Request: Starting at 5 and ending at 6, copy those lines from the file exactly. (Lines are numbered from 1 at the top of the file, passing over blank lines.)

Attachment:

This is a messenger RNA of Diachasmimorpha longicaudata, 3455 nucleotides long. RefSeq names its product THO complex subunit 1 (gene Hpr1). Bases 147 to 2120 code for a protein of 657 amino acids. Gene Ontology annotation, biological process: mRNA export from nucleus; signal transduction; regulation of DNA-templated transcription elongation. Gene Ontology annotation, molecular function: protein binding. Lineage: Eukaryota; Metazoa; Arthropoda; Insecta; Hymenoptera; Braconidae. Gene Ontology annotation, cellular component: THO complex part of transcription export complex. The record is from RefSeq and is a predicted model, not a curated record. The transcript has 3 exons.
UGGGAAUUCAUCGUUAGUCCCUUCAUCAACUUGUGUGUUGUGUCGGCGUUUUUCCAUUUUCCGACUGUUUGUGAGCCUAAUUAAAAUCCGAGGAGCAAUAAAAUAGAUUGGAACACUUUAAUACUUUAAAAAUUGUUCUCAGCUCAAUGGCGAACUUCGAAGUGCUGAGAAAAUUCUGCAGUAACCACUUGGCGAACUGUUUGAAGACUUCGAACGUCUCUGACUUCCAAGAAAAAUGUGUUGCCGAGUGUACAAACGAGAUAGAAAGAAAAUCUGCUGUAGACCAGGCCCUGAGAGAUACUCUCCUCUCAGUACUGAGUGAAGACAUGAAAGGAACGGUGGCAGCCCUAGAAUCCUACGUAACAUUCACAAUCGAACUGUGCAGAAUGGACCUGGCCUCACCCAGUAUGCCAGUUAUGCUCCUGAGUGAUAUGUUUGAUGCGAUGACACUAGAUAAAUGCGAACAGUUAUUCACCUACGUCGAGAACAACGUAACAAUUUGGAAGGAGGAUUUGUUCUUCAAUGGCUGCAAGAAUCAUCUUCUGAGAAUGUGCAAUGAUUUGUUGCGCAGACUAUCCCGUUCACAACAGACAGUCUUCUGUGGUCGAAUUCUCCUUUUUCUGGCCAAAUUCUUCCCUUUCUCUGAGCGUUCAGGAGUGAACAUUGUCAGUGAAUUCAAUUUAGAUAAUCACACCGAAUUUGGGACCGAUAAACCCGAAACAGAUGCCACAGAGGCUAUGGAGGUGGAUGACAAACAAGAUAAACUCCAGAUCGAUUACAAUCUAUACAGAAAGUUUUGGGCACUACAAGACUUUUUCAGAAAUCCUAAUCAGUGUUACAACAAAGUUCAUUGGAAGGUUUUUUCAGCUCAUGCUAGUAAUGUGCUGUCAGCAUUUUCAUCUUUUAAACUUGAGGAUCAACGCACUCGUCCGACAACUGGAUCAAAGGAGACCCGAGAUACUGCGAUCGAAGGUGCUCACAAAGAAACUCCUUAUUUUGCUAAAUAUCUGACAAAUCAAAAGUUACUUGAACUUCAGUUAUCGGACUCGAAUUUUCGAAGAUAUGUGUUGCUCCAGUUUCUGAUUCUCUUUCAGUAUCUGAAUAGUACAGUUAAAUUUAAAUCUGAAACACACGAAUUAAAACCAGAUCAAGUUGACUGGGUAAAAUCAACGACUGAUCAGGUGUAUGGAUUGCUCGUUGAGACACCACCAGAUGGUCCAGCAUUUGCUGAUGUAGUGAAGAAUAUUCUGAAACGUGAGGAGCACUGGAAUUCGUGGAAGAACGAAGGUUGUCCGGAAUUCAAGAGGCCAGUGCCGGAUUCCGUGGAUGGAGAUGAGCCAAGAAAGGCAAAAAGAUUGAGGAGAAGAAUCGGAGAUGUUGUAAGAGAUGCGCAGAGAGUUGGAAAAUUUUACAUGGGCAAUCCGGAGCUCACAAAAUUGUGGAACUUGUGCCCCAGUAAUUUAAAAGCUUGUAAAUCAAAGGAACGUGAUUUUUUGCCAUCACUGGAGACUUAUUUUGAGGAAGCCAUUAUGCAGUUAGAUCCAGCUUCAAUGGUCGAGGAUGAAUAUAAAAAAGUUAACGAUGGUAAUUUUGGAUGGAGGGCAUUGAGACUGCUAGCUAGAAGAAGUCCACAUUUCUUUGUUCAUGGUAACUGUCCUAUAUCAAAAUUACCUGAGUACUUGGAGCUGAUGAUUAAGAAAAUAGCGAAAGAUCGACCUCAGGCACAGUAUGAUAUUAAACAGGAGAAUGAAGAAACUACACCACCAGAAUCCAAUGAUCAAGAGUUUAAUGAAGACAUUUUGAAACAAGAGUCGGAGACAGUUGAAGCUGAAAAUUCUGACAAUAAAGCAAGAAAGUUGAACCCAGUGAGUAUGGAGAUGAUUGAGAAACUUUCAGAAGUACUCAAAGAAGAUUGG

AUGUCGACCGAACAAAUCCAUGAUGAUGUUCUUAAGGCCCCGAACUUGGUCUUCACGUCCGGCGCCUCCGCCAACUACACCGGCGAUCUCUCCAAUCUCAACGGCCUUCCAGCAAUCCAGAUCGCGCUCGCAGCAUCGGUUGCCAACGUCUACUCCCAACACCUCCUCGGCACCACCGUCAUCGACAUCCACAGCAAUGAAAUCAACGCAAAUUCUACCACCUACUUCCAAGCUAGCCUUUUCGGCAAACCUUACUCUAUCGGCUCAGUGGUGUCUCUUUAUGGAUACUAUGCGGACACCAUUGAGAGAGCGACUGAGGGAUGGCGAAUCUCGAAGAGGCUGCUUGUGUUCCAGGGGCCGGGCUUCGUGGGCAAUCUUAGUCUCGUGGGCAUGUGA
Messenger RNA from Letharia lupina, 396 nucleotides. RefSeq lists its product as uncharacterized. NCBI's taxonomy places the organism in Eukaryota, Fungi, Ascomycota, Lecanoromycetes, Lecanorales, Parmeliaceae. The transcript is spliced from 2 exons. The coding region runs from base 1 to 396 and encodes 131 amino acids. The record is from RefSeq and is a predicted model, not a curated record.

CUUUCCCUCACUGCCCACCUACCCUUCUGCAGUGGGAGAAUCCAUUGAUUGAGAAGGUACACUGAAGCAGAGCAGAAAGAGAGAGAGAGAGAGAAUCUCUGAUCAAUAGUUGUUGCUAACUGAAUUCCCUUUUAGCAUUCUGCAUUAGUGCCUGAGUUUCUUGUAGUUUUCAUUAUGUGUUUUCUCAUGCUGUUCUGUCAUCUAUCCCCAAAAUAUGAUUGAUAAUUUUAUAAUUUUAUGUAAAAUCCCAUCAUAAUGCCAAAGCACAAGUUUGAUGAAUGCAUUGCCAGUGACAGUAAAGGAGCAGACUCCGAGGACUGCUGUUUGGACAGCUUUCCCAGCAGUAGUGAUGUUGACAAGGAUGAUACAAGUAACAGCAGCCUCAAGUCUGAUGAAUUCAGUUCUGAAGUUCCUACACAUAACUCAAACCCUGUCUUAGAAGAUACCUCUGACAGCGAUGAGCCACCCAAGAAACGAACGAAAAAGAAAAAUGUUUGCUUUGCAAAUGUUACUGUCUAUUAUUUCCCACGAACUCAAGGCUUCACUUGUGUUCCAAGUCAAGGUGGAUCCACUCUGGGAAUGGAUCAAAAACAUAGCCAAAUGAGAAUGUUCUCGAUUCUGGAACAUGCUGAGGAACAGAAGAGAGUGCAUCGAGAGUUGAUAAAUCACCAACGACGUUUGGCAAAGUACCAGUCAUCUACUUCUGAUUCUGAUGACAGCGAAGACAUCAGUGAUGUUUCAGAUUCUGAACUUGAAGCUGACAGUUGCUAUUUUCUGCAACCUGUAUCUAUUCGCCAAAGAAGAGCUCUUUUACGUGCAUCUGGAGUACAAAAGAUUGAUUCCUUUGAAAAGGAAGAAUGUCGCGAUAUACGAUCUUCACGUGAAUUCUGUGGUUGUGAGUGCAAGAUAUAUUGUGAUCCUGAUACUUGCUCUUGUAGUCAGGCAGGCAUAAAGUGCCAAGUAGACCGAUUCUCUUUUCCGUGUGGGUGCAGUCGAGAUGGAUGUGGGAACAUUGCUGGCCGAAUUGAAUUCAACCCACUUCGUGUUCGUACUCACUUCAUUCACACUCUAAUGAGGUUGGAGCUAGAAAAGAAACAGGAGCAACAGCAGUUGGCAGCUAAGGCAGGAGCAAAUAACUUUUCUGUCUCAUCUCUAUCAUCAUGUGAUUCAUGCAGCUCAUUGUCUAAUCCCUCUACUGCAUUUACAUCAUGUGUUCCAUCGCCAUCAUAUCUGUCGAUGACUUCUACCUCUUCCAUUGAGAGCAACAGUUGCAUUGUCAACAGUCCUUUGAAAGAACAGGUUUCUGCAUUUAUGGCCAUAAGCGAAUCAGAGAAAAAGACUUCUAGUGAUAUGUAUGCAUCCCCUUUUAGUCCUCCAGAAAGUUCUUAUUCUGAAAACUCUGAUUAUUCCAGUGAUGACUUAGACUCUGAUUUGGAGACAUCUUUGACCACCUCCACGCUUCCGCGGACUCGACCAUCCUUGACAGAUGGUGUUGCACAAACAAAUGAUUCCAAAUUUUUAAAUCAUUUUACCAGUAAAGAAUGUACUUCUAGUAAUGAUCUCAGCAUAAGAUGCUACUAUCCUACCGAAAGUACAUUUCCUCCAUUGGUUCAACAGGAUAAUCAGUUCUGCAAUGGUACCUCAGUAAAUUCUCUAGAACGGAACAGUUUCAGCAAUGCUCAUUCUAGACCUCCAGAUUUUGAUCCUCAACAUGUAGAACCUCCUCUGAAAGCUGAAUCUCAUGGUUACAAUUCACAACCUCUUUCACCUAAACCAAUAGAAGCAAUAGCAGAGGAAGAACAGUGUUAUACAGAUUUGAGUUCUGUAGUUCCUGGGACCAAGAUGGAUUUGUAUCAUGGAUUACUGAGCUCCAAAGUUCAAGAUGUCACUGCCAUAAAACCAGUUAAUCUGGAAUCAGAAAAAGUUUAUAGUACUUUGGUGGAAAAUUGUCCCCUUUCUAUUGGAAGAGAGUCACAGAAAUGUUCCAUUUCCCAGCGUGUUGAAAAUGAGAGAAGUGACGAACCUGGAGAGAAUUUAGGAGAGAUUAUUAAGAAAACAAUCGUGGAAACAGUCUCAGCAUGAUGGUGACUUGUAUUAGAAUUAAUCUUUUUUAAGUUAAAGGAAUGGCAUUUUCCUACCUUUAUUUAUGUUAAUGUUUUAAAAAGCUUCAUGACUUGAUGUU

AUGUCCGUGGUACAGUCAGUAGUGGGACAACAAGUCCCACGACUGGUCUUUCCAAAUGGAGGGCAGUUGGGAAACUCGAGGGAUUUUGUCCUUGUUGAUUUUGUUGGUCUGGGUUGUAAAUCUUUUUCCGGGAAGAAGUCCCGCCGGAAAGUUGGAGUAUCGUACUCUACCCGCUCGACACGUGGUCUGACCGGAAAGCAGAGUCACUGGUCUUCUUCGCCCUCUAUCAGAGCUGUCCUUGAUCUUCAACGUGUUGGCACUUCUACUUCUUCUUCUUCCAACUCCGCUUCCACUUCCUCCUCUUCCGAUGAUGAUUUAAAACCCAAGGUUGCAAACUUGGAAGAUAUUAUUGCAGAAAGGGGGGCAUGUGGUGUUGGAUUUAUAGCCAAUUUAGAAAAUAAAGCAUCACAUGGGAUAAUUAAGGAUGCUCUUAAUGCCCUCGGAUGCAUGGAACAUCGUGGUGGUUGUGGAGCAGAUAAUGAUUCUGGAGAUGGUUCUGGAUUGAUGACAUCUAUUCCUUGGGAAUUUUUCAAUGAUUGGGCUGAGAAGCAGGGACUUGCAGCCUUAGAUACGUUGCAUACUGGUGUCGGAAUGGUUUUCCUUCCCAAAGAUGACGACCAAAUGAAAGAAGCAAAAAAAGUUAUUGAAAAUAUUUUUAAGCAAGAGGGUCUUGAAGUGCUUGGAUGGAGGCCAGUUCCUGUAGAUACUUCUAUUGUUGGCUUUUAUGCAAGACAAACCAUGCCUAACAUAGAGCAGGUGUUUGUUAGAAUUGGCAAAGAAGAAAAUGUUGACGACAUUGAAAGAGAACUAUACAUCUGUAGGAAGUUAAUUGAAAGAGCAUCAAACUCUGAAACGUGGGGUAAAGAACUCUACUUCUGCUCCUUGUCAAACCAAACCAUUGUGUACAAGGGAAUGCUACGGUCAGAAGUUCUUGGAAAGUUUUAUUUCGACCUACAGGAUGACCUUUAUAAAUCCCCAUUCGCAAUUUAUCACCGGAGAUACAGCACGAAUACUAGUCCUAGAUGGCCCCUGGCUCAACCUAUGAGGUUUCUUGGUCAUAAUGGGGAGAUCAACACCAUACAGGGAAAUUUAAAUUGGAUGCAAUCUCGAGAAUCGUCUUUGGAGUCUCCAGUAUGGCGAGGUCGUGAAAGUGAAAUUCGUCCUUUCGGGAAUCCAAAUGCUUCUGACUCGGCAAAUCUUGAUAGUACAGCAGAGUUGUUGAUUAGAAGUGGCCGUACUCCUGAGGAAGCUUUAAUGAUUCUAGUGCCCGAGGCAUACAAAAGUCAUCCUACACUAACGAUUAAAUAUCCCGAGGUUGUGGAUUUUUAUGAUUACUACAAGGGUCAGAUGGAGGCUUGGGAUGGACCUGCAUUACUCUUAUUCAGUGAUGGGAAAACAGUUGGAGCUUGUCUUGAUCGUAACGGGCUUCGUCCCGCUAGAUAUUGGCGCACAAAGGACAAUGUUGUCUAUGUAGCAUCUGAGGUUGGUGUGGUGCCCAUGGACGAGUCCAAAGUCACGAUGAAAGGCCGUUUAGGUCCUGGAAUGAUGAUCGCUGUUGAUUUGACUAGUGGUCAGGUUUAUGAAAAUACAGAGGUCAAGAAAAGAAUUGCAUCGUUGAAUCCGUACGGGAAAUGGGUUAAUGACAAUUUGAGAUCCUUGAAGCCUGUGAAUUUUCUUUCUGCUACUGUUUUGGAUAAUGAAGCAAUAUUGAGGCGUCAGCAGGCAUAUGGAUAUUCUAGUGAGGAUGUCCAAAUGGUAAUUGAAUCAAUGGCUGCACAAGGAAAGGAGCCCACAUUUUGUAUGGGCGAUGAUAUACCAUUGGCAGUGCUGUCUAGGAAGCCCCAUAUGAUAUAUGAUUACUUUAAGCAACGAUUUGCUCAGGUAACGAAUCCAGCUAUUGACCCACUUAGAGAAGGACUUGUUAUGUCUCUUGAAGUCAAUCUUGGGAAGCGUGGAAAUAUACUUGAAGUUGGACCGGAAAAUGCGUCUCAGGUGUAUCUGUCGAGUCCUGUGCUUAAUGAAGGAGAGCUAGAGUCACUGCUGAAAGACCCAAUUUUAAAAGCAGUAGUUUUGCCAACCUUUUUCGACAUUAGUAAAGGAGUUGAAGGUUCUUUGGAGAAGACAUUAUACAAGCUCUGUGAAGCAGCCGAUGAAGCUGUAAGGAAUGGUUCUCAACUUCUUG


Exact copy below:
CUUUCCCUCACUGCCCACCUACCCUUCUGCAGUGGGAGAAUCCAUUGAUUGAGAAGGUACACUGAAGCAGAGCAGAAAGAGAGAGAGAGAGAGAAUCUCUGAUCAAUAGUUGUUGCUAACUGAAUUCCCUUUUAGCAUUCUGCAUUAGUGCCUGAGUUUCUUGUAGUUUUCAUUAUGUGUUUUCUCAUGCUGUUCUGUCAUCUAUCCCCAAAAUAUGAUUGAUAAUUUUAUAAUUUUAUGUAAAAUCCCAUCAUAAUGCCAAAGCACAAGUUUGAUGAAUGCAUUGCCAGUGACAGUAAAGGAGCAGACUCCGAGGACUGCUGUUUGGACAGCUUUCCCAGCAGUAGUGAUGUUGACAAGGAUGAUACAAGUAACAGCAGCCUCAAGUCUGAUGAAUUCAGUUCUGAAGUUCCUACACAUAACUCAAACCCUGUCUUAGAAGAUACCUCUGACAGCGAUGAGCCACCCAAGAAACGAACGAAAAAGAAAAAUGUUUGCUUUGCAAAUGUUACUGUCUAUUAUUUCCCACGAACUCAAGGCUUCACUUGUGUUCCAAGUCAAGGUGGAUCCACUCUGGGAAUGGAUCAAAAACAUAGCCAAAUGAGAAUGUUCUCGAUUCUGGAACAUGCUGAGGAACAGAAGAGAGUGCAUCGAGAGUUGAUAAAUCACCAACGACGUUUGGCAAAGUACCAGUCAUCUACUUCUGAUUCUGAUGACAGCGAAGACAUCAGUGAUGUUUCAGAUUCUGAACUUGAAGCUGACAGUUGCUAUUUUCUGCAACCUGUAUCUAUUCGCCAAAGAAGAGCUCUUUUACGUGCAUCUGGAGUACAAAAGAUUGAUUCCUUUGAAAAGGAAGAAUGUCGCGAUAUACGAUCUUCACGUGAAUUCUGUGGUUGUGAGUGCAAGAUAUAUUGUGAUCCUGAUACUUGCUCUUGUAGUCAGGCAGGCAUAAAGUGCCAAGUAGACCGAUUCUCUUUUCCGUGUGGGUGCAGUCGAGAUGGAUGUGGGAACAUUGCUGGCCGAAUUGAAUUCAACCCACUUCGUGUUCGUACUCACUUCAUUCACACUCUAAUGAGGUUGGAGCUAGAAAAGAAACAGGAGCAACAGCAGUUGGCAGCUAAGGCAGGAGCAAAUAACUUUUCUGUCUCAUCUCUAUCAUCAUGUGAUUCAUGCAGCUCAUUGUCUAAUCCCUCUACUGCAUUUACAUCAUGUGUUCCAUCGCCAUCAUAUCUGUCGAUGACUUCUACCUCUUCCAUUGAGAGCAACAGUUGCAUUGUCAACAGUCCUUUGAAAGAACAGGUUUCUGCAUUUAUGGCCAUAAGCGAAUCAGAGAAAAAGACUUCUAGUGAUAUGUAUGCAUCCCCUUUUAGUCCUCCAGAAAGUUCUUAUUCUGAAAACUCUGAUUAUUCCAGUGAUGACUUAGACUCUGAUUUGGAGACAUCUUUGACCACCUCCACGCUUCCGCGGACUCGACCAUCCUUGACAGAUGGUGUUGCACAAACAAAUGAUUCCAAAUUUUUAAAUCAUUUUACCAGUAAAGAAUGUACUUCUAGUAAUGAUCUCAGCAUAAGAUGCUACUAUCCUACCGAAAGUACAUUUCCUCCAUUGGUUCAACAGGAUAAUCAGUUCUGCAAUGGUACCUCAGUAAAUUCUCUAGAACGGAACAGUUUCAGCAAUGCUCAUUCUAGACCUCCAGAUUUUGAUCCUCAACAUGUAGAACCUCCUCUGAAAGCUGAAUCUCAUGGUUACAAUUCACAACCUCUUUCACCUAAACCAAUAGAAGCAAUAGCAGAGGAAGAACAGUGUUAUACAGAUUUGAGUUCUGUAGUUCCUGGGACCAAGAUGGAUUUGUAUCAUGGAUUACUGAGCUCCAAAGUUCAAGAUGUCACUGCCAUAAAACCAGUUAAUCUGGAAUCAGAAAAAGUUUAUAGUACUUUGGUGGAAAAUUGUCCCCUUUCUAUUGGAAGAGAGUCACAGAAAUGUUCCAUUUCCCAGCGUGUUGAAAAUGAGAGAAGUGACGAACCUGGAGAGAAUUUAGGAGAGAUUAUUAAGAAAACAAUCGUGGAAACAGUCUCAGCAUGAUGGUGACUUGUAUUAGAAUUAAUCUUUUUUAAGUUAAAGGAAUGGCAUUUUCCUACCUUUAUUUAUGUUAAUGUUUUAAAAAGCUUCAUGACUUGAUGUU

AUGUCCGUGGUACAGUCAGUAGUGGGACAACAAGUCCCACGACUGGUCUUUCCAAAUGGAGGGCAGUUGGGAAACUCGAGGGAUUUUGUCCUUGUUGAUUUUGUUGGUCUGGGUUGUAAAUCUUUUUCCGGGAAGAAGUCCCGCCGGAAAGUUGGAGUAUCGUACUCUACCCGCUCGACACGUGGUCUGACCGGAAAGCAGAGUCACUGGUCUUCUUCGCCCUCUAUCAGAGCUGUCCUUGAUCUUCAACGUGUUGGCACUUCUACUUCUUCUUCUUCCAACUCCGCUUCCACUUCCUCCUCUUCCGAUGAUGAUUUAAAACCCAAGGUUGCAAACUUGGAAGAUAUUAUUGCAGAAAGGGGGGCAUGUGGUGUUGGAUUUAUAGCCAAUUUAGAAAAUAAAGCAUCACAUGGGAUAAUUAAGGAUGCUCUUAAUGCCCUCGGAUGCAUGGAACAUCGUGGUGGUUGUGGAGCAGAUAAUGAUUCUGGAGAUGGUUCUGGAUUGAUGACAUCUAUUCCUUGGGAAUUUUUCAAUGAUUGGGCUGAGAAGCAGGGACUUGCAGCCUUAGAUACGUUGCAUACUGGUGUCGGAAUGGUUUUCCUUCCCAAAGAUGACGACCAAAUGAAAGAAGCAAAAAAAGUUAUUGAAAAUAUUUUUAAGCAAGAGGGUCUUGAAGUGCUUGGAUGGAGGCCAGUUCCUGUAGAUACUUCUAUUGUUGGCUUUUAUGCAAGACAAACCAUGCCUAACAUAGAGCAGGUGUUUGUUAGAAUUGGCAAAGAAGAAAAUGUUGACGACAUUGAAAGAGAACUAUACAUCUGUAGGAAGUUAAUUGAAAGAGCAUCAAACUCUGAAACGUGGGGUAAAGAACUCUACUUCUGCUCCUUGUCAAACCAAACCAUUGUGUACAAGGGAAUGCUACGGUCAGAAGUUCUUGGAAAGUUUUAUUUCGACCUACAGGAUGACCUUUAUAAAUCCCCAUUCGCAAUUUAUCACCGGAGAUACAGCACGAAUACUAGUCCUAGAUGGCCCCUGGCUCAACCUAUGAGGUUUCUUGGUCAUAAUGGGGAGAUCAACACCAUACAGGGAAAUUUAAAUUGGAUGCAAUCUCGAGAAUCGUCUUUGGAGUCUCCAGUAUGGCGAGGUCGUGAAAGUGAAAUUCGUCCUUUCGGGAAUCCAAAUGCUUCUGACUCGGCAAAUCUUGAUAGUACAGCAGAGUUGUUGAUUAGAAGUGGCCGUACUCCUGAGGAAGCUUUAAUGAUUCUAGUGCCCGAGGCAUACAAAAGUCAUCCUACACUAACGAUUAAAUAUCCCGAGGUUGUGGAUUUUUAUGAUUACUACAAGGGUCAGAUGGAGGCUUGGGAUGGACCUGCAUUACUCUUAUUCAGUGAUGGGAAAACAGUUGGAGCUUGUCUUGAUCGUAACGGGCUUCGUCCCGCUAGAUAUUGGCGCACAAAGGACAAUGUUGUCUAUGUAGCAUCUGAGGUUGGUGUGGUGCCCAUGGACGAGUCCAAAGUCACGAUGAAAGGCCGUUUAGGUCCUGGAAUGAUGAUCGCUGUUGAUUUGACUAGUGGUCAGGUUUAUGAAAAUACAGAGGUCAAGAAAAGAAUUGCAUCGUUGAAUCCGUACGGGAAAUGGGUUAAUGACAAUUUGAGAUCCUUGAAGCCUGUGAAUUUUCUUUCUGCUACUGUUUUGGAUAAUGAAGCAAUAUUGAGGCGUCAGCAGGCAUAUGGAUAUUCUAGUGAGGAUGUCCAAAUGGUAAUUGAAUCAAUGGCUGCACAAGGAAAGGAGCCCACAUUUUGUAUGGGCGAUGAUAUACCAUUGGCAGUGCUGUCUAGGAAGCCCCAUAUGAUAUAUGAUUACUUUAAGCAACGAUUUGCUCAGGUAACGAAUCCAGCUAUUGACCCACUUAGAGAAGGACUUGUUAUGUCUCUUGAAGUCAAUCUUGGGAAGCGUGGAAAUAUACUUGAAGUUGGACCGGAAAAUGCGUCUCAGGUGUAUCUGUCGAGUCCUGUGCUUAAUGAAGGAGAGCUAGAGUCACUGCUGAAAGACCCAAUUUUAAAAGCAGUAGUUUUGCCAACCUUUUUCGACAUUAGUAAAGGAGUUGAAGGUUCUUUGGAGAAGACAUUAUACAAGCUCUGUGAAGCAGCCGAUGAAGCUGUAAGGAAUGGUUCUCAACUUCUUG